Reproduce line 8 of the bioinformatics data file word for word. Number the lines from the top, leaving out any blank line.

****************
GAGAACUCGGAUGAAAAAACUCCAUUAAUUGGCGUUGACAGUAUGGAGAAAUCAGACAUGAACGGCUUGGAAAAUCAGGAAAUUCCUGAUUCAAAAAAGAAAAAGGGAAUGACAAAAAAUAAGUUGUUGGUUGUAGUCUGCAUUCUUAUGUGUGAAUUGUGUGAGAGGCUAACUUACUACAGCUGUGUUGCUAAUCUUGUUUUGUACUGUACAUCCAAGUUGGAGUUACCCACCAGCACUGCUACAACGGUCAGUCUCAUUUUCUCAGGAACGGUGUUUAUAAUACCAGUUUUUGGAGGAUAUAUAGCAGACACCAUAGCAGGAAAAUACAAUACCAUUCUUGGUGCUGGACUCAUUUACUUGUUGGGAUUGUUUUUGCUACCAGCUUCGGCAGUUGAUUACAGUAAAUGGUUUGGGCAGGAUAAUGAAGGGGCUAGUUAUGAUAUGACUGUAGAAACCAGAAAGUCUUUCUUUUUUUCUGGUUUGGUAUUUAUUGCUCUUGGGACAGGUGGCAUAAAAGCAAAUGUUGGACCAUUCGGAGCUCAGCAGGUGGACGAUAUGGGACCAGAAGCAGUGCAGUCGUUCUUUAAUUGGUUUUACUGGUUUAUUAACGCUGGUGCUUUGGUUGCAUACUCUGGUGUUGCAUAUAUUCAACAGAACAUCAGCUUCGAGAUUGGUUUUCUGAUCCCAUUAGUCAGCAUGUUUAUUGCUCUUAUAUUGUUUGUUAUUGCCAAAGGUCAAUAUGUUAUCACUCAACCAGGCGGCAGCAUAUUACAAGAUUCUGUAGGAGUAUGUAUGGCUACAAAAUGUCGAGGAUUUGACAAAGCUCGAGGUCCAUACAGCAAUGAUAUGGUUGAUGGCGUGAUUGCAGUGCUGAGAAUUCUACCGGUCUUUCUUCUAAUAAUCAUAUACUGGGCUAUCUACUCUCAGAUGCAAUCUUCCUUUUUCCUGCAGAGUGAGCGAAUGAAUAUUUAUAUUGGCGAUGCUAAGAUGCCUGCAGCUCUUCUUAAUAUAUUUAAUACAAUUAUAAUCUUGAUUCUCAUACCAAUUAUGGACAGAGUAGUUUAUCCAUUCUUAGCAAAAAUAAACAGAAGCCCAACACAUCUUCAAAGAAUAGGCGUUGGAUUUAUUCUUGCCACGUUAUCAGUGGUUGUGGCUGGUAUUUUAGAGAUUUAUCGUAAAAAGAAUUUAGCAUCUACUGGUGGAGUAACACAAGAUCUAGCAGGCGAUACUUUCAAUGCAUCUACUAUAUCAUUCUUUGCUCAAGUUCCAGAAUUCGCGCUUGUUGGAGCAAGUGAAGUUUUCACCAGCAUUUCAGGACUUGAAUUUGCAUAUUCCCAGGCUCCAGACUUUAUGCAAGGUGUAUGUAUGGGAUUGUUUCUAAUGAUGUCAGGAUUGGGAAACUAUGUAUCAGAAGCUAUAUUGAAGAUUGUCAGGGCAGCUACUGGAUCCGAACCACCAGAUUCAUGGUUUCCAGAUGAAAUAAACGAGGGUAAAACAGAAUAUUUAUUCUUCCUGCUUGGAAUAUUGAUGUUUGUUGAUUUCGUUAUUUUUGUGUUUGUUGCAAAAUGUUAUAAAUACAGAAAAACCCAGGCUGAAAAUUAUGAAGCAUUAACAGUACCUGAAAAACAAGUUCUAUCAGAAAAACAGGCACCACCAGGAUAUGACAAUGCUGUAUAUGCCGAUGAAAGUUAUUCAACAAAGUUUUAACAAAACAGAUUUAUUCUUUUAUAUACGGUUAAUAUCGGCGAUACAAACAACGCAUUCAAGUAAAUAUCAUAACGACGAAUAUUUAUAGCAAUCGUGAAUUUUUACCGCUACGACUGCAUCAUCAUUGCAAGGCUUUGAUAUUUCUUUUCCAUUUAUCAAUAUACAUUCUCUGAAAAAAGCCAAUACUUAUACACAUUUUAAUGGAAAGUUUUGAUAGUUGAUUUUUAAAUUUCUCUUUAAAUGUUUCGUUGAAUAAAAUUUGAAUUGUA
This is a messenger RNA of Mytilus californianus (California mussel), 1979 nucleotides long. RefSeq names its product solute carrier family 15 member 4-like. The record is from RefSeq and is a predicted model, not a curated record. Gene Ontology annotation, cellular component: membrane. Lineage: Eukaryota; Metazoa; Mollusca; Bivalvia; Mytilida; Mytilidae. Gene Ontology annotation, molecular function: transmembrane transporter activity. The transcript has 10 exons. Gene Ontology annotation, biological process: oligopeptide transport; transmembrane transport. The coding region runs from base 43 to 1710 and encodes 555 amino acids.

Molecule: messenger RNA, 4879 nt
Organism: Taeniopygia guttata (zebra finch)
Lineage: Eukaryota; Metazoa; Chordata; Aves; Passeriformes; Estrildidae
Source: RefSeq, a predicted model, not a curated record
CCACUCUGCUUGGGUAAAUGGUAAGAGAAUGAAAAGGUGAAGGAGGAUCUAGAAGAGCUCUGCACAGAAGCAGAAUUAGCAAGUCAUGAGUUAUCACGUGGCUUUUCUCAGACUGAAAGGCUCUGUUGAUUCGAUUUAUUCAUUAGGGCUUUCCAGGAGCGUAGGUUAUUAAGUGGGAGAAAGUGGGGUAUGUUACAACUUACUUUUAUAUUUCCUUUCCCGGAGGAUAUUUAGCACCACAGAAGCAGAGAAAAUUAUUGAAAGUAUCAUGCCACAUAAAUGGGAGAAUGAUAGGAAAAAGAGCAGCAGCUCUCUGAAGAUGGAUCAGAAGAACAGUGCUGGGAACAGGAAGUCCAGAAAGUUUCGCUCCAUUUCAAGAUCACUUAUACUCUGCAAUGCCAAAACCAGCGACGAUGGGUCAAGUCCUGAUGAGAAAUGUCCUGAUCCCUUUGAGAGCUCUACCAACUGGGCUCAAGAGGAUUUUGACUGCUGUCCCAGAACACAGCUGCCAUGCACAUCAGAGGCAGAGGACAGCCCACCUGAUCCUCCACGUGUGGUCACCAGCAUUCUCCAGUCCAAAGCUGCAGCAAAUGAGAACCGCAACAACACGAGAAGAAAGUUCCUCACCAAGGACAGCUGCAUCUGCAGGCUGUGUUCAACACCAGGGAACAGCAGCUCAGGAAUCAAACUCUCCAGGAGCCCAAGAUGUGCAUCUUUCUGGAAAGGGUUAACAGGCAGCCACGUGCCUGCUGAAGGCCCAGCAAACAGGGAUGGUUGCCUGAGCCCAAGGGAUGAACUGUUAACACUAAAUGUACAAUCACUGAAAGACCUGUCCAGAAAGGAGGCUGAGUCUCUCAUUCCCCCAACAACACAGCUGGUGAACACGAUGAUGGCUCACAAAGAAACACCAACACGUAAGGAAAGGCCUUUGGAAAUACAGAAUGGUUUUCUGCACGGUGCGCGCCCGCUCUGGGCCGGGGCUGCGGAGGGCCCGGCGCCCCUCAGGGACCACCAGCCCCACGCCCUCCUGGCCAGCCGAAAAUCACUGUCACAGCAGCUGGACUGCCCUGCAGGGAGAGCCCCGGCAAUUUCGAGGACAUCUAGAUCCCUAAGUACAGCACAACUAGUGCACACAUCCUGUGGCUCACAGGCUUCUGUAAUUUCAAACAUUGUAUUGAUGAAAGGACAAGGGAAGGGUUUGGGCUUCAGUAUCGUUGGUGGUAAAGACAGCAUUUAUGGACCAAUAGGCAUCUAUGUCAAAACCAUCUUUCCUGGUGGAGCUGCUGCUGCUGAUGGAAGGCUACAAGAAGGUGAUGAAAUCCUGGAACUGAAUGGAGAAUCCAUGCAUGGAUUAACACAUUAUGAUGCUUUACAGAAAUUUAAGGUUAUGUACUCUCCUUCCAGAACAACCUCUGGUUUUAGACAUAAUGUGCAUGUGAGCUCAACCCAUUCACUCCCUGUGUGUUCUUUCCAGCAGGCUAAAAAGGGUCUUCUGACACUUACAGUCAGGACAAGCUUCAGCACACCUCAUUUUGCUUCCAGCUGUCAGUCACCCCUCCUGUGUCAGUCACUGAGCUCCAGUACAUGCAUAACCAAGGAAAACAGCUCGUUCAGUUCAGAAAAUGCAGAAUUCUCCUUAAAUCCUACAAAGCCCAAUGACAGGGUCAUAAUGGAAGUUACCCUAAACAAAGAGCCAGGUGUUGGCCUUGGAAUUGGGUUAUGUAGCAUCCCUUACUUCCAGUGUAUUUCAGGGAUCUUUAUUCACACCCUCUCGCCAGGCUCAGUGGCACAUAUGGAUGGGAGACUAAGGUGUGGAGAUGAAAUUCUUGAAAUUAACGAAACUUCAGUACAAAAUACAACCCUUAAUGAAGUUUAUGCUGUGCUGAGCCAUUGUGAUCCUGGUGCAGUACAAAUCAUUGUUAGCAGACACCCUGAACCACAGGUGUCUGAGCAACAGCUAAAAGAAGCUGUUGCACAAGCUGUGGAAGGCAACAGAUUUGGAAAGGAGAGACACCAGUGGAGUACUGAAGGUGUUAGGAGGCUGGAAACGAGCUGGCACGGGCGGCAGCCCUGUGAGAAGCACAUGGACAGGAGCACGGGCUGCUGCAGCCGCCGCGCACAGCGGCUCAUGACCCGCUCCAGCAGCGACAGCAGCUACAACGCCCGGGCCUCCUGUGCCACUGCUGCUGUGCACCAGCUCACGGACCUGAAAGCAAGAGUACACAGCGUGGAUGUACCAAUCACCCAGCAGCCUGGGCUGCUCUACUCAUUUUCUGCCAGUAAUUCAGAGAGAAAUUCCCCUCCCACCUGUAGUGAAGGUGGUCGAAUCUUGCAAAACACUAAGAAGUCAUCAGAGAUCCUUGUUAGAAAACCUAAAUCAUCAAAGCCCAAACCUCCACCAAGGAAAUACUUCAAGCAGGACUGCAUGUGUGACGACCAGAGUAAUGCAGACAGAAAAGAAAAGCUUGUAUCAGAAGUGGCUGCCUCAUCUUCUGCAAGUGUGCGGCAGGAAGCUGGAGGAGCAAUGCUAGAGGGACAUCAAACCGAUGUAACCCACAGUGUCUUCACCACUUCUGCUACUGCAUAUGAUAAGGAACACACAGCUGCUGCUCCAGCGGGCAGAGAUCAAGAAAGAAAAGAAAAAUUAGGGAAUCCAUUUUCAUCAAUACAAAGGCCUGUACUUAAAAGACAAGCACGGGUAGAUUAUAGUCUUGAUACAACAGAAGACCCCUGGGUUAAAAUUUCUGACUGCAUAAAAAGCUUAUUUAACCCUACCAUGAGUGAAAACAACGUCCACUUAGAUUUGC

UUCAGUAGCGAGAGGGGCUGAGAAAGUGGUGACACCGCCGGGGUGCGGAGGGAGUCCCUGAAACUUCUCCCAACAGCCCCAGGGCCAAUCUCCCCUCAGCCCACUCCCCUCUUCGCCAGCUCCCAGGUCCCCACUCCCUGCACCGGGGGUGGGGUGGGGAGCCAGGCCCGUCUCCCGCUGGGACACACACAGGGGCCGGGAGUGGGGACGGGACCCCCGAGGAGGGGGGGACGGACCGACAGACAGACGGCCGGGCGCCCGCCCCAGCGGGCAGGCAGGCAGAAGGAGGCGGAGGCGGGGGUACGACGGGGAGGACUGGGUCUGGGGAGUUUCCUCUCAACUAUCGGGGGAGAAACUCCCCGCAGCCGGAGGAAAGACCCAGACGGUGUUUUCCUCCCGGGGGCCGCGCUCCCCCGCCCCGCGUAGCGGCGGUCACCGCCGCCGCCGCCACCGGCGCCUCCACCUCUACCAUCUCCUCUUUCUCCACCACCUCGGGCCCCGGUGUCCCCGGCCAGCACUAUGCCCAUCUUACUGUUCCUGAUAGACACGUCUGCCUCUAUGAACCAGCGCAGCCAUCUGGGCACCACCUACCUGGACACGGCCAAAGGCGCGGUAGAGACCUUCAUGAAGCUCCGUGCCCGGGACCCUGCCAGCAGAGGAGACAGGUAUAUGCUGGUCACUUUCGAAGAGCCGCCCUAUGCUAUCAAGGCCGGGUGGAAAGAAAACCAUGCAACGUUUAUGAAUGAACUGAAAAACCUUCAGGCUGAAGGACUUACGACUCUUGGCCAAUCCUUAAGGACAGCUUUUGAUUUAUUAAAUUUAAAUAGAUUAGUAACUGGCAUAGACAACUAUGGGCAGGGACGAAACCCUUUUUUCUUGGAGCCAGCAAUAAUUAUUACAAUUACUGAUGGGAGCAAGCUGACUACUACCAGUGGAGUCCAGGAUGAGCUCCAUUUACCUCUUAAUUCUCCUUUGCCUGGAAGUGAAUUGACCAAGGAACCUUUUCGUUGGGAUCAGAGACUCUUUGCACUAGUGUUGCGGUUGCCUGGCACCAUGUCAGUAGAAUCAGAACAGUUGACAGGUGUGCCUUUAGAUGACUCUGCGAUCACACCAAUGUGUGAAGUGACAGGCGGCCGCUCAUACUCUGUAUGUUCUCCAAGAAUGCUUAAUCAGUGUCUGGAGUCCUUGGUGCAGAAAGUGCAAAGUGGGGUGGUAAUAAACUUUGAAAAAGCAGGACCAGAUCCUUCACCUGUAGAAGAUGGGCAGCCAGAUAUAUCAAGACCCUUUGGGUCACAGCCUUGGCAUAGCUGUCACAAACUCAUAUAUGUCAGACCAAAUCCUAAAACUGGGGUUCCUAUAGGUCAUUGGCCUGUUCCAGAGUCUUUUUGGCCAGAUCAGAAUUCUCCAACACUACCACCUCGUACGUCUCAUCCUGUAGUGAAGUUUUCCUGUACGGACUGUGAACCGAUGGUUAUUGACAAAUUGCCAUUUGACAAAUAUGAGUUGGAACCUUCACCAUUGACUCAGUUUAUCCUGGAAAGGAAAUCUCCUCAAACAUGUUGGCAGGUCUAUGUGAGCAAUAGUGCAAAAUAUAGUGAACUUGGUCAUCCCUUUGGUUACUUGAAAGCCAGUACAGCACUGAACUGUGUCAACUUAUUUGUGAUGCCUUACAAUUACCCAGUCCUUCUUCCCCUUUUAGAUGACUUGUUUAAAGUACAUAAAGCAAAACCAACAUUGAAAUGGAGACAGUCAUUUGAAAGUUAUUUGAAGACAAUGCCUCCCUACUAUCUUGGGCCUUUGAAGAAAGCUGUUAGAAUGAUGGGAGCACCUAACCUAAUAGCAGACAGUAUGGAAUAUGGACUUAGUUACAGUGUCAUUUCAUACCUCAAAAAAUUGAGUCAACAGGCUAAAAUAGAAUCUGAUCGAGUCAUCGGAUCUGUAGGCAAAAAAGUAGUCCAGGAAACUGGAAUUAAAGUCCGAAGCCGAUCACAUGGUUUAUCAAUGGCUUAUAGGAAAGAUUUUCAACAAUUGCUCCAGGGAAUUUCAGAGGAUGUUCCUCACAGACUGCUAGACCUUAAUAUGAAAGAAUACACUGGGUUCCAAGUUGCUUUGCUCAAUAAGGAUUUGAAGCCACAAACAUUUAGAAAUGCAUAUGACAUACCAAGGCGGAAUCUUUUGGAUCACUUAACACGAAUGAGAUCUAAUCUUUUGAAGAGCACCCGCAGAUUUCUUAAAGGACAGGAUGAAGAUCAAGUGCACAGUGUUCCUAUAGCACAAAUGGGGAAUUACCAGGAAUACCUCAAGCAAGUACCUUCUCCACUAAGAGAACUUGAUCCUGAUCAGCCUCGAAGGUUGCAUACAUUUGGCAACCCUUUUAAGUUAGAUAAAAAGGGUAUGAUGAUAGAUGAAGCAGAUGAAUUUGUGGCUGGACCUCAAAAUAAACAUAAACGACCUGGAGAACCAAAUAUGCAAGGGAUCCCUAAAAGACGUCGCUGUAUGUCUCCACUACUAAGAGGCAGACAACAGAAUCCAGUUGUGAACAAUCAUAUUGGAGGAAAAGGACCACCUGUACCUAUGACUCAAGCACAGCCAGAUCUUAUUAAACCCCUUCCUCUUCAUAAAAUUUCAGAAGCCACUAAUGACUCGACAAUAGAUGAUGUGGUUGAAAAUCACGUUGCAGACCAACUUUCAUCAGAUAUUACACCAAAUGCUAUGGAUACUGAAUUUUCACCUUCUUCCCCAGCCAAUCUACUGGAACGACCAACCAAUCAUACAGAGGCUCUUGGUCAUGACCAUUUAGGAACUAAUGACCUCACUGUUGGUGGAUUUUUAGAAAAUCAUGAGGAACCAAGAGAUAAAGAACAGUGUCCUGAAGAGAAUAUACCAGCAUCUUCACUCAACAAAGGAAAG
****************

UUCAGUAGCGAGAGGGGCUGAGAAAGUGGUGACACCGCCGGGGUGCGGAGGGAGUCCCUGAAACUUCUCCCAACAGCCCCAGGGCCAAUCUCCCCUCAGCCCACUCCCCUCUUCGCCAGCUCCCAGGUCCCCACUCCCUGCACCGGGGGUGGGGUGGGGAGCCAGGCCCGUCUCCCGCUGGGACACACACAGGGGCCGGGAGUGGGGACGGGACCCCCGAGGAGGGGGGGACGGACCGACAGACAGACGGCCGGGCGCCCGCCCCAGCGGGCAGGCAGGCAGAAGGAGGCGGAGGCGGGGGUACGACGGGGAGGACUGGGUCUGGGGAGUUUCCUCUCAACUAUCGGGGGAGAAACUCCCCGCAGCCGGAGGAAAGACCCAGACGGUGUUUUCCUCCCGGGGGCCGCGCUCCCCCGCCCCGCGUAGCGGCGGUCACCGCCGCCGCCGCCACCGGCGCCUCCACCUCUACCAUCUCCUCUUUCUCCACCACCUCGGGCCCCGGUGUCCCCGGCCAGCACUAUGCCCAUCUUACUGUUCCUGAUAGACACGUCUGCCUCUAUGAACCAGCGCAGCCAUCUGGGCACCACCUACCUGGACACGGCCAAAGGCGCGGUAGAGACCUUCAUGAAGCUCCGUGCCCGGGACCCUGCCAGCAGAGGAGACAGGUAUAUGCUGGUCACUUUCGAAGAGCCGCCCUAUGCUAUCAAGGCCGGGUGGAAAGAAAACCAUGCAACGUUUAUGAAUGAACUGAAAAACCUUCAGGCUGAAGGACUUACGACUCUUGGCCAAUCCUUAAGGACAGCUUUUGAUUUAUUAAAUUUAAAUAGAUUAGUAACUGGCAUAGACAACUAUGGGCAGGGACGAAACCCUUUUUUCUUGGAGCCAGCAAUAAUUAUUACAAUUACUGAUGGGAGCAAGCUGACUACUACCAGUGGAGUCCAGGAUGAGCUCCAUUUACCUCUUAAUUCUCCUUUGCCUGGAAGUGAAUUGACCAAGGAACCUUUUCGUUGGGAUCAGAGACUCUUUGCACUAGUGUUGCGGUUGCCUGGCACCAUGUCAGUAGAAUCAGAACAGUUGACAGGUGUGCCUUUAGAUGACUCUGCGAUCACACCAAUGUGUGAAGUGACAGGCGGCCGCUCAUACUCUGUAUGUUCUCCAAGAAUGCUUAAUCAGUGUCUGGAGUCCUUGGUGCAGAAAGUGCAAAGUGGGGUGGUAAUAAACUUUGAAAAAGCAGGACCAGAUCCUUCACCUGUAGAAGAUGGGCAGCCAGAUAUAUCAAGACCCUUUGGGUCACAGCCUUGGCAUAGCUGUCACAAACUCAUAUAUGUCAGACCAAAUCCUAAAACUGGGGUUCCUAUAGGUCAUUGGCCUGUUCCAGAGUCUUUUUGGCCAGAUCAGAAUUCUCCAACACUACCACCUCGUACGUCUCAUCCUGUAGUGAAGUUUUCCUGUACGGACUGUGAACCGAUGGUUAUUGACAAAUUGCCAUUUGACAAAUAUGAGUUGGAACCUUCACCAUUGACUCAGUUUAUCCUGGAAAGGAAAUCUCCUCAAACAUGUUGGCAGGUCUAUGUGAGCAAUAGUGCAAAAUAUAGUGAACUUGGUCAUCCCUUUGGUUACUUGAAAGCCAGUACAGCACUGAACUGUGUCAACUUAUUUGUGAUGCCUUACAAUUACCCAGUCCUUCUUCCCCUUUUAGAUGACUUGUUUAAAGUACAUAAAGCAAAACCAACAUUGAAAUGGAGACAGUCAUUUGAAAGUUAUUUGAAGACAAUGCCUCCCUACUAUCUUGGGCCUUUGAAGAAAGCUGUUAGAAUGAUGGGAGCACCUAACCUAAUAGCAGACAGUAUGGAAUAUGGACUUAGUUACAGUGUCAUUUCAUACCUCAAAAAAUUGAGUCAACAGGCUAAAAUAGAAUCUGAUCGAGUCAUCGGAUCUGUAGGCAAAAAAGUAGUCCAGGAAACUGGAAUUAAAGUCCGAAGCCGAUCACAUGGUUUAUCAAUGGCUUAUAGGAAAGAUUUUCAACAAUUGCUCCAGGGAAUUUCAGAGGAUGUUCCUCACAGACUGCUAGACCUUAAUAUGAAAGAAUACACUGGGUUCCAAGUUGCUUUGCUCAAUAAGGAUUUGAAGCCACAAACAUUUAGAAAUGCAUAUGACAUACCAAGGCGGAAUCUUUUGGAUCACUUAACACGAAUGAGAUCUAAUCUUUUGAAGAGCACCCGCAGAUUUCUUAAAGGACAGGAUGAAGAUCAAGUGCACAGUGUUCCUAUAGCACAAAUGGGGAAUUACCAGGAAUACCUCAAGCAAGUACCUUCUCCACUAAGAGAACUUGAUCCUGAUCAGCCUCGAAGGUUGCAUACAUUUGGCAACCCUUUUAAGUUAGAUAAAAAGGGUAUGAUGAUAGAUGAAGCAGAUGAAUUUGUGGCUGGACCUCAAAAUAAACAUAAACGACCUGGAGAACCAAAUAUGCAAGGGAUCCCUAAAAGACGUCGCUGUAUGUCUCCACUACUAAGAGGCAGACAACAGAAUCCAGUUGUGAACAAUCAUAUUGGAGGAAAAGGACCACCUGUACCUAUGACUCAAGCACAGCCAGAUCUUAUUAAACCCCUUCCUCUUCAUAAAAUUUCAGAAGCCACUAAUGACUCGACAAUAGAUGAUGUGGUUGAAAAUCACGUUGCAGACCAACUUUCAUCAGAUAUUACACCAAAUGCUAUGGAUACUGAAUUUUCACCUUCUUCCCCAGCCAAUCUACUGGAACGACCAACCAAUCAUACAGAGGCUCUUGGUCAUGACCAUUUAGGAACUAAUGACCUCACUGUUGGUGGAUUUUUAGAAAAUCAUGAGGAACCAAGAGAUAAAGAACAGUGUCCUGAAGAGAAUAUACCAGCAUCUUCACUCAACAAAGGAAAG